Stress is not an unfamiliar thing to us as stress can be beneficial at times, producing a boost that provides the drive and energy to help people get through situations like exams or deadlines. When stress becomes overwhelming, different people will have different ways to encounter it, for example listening to music, watching comedy, exercising while some just literally go crazy with it. This is not the kind of stress we would like to discuss today, instead we will talk about how our daily intake of oxygen is doing harm to the body — oxidative stress.

 

Have you heard of oxidative stress?

Like how an apple turns brown when exposed to air, our cells can “rust” too when we breathe due to oxidative stress, a process caused by free radicals. Untreated chronic oxidative stress can damage the body’s cells, leading to a range of diseases and causes symptoms of aging, such as wrinkles. Common causes of free radicals production in our body includes too little or excessive exercise, excessive stress, air pollution, food and water pollution, excessive alcohol and calories consumption, medication and radiations and etc.

 

How to fight the inner war?

God did not leave us defenseless against the onslaught of free radicals. Army of antioxidants, which are able to neutralize free radicals and render them harmless are able to be made by the body and the rest to be consumed through a healthy balanced diet. However, as the exposure towards free radicals increases along with technology advancement, supplementation should be considered as we will need more antioxidant to neutralize the free radicals produced in the body.

 

Vitamin E, the most important antioxidant

Being fat soluble, Vitamin E is efficient in clearing out the free radicals in the cell membrane. Working alongside with LDL cholesterol, vitamin E prevents the hardening of arteries., In addition to its activities as an antioxidant, vitamin E is involved in immune function, cell signaling, regulation of gene expression, and other metabolic processes. Numerous foods provide vitamin E. Nuts, seeds, and vegetable oils are among the best sources of alpha-tocopherol, and significant amounts are available in green leafy vegetables and fortified cereals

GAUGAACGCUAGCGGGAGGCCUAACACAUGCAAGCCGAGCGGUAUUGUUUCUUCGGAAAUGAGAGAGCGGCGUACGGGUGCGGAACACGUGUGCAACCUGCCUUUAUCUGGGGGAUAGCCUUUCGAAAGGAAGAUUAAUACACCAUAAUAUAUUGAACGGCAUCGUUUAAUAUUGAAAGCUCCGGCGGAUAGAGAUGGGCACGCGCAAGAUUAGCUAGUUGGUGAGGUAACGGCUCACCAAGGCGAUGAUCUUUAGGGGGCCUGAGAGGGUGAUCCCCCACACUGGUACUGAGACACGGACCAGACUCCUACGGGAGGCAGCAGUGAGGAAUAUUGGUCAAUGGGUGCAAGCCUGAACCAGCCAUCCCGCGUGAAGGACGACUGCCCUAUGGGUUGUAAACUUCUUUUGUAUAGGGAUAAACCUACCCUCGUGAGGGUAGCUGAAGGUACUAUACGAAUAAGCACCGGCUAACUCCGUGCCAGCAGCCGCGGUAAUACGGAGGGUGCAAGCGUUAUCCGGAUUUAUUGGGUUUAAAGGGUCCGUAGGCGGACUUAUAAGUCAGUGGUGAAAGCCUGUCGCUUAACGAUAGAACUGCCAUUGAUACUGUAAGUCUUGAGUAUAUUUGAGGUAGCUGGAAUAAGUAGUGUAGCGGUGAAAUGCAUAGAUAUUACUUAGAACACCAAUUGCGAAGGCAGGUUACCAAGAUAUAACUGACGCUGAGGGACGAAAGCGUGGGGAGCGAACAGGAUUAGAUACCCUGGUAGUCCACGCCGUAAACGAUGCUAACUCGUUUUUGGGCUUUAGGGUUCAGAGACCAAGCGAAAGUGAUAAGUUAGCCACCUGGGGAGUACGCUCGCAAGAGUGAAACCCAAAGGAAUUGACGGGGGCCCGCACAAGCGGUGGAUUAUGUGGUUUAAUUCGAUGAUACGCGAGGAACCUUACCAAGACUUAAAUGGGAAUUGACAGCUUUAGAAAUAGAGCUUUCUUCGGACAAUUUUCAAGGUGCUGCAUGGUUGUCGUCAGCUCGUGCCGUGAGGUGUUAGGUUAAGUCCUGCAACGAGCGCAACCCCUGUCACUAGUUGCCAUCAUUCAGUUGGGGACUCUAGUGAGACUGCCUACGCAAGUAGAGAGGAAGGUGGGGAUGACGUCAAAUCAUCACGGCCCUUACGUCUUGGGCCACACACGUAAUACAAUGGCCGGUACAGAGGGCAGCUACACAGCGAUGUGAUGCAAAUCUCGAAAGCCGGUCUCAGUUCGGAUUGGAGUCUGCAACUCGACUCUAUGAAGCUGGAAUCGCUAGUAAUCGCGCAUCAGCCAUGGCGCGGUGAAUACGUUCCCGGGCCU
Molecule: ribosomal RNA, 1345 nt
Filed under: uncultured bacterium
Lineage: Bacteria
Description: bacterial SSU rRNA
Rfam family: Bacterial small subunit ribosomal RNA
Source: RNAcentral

Vitamin C, the second in line

The water solubility of vitamin C making it the best candidate for antioxidant within the plasma or fluid of the blood. Through its antioxidant activity, Vitamin C might help prevent or delay the development of certain cancers, cardiovascular disease, and other diseases in which oxidative stress plays a causal role. Yet another benefit of vitamin C is that it has the ability to regenerate vitamin E so they can be used again and again. Citrus fruits, tomatoes and tomato juice, and potatoes are major contributors of vitamin C. Other good food sources include red and green peppers, kiwifruit, broccoli, strawberries, Brussels sprouts, and cantaloupe.

 

Phytonutrients, the one people usually ignore

Phytonutrients are natural chemicals or compounds produced by plants. They keep plants healthy, protecting them from insects and the sun. Phytonutrients also have antioxidant and anti-inflammatory properties that can help support a healthy human body. They may also enhance immunity and intercellular communication, repair DNA damage from exposure to toxins, detoxify carcinogens and alter estrogen metabolism. Phytonutrient-rich foods include colorful fruits and vegetables, legumes, nuts, tea, whole grains and many spices.

 

References:
1. https://www.wallerwellness.com/what-is-functional-medicine/understanding-oxidative-stress
2. https://www.medicalnewstoday.com/articles/318652.php
3. https://ods.od.nih.gov/factsheets/VitaminE-HealthProfessional/
4. https://ods.od.nih.gov/factsheets/VitaminC-HealthProfessional/
5. https://www.healthline.com/health/phytonutrients#outlook
6. https://www.livescience.com/52541-phytonutrients.html

 

Writer: Teddy @ Rev Publika (Pro Trainer cum Nutritionist)

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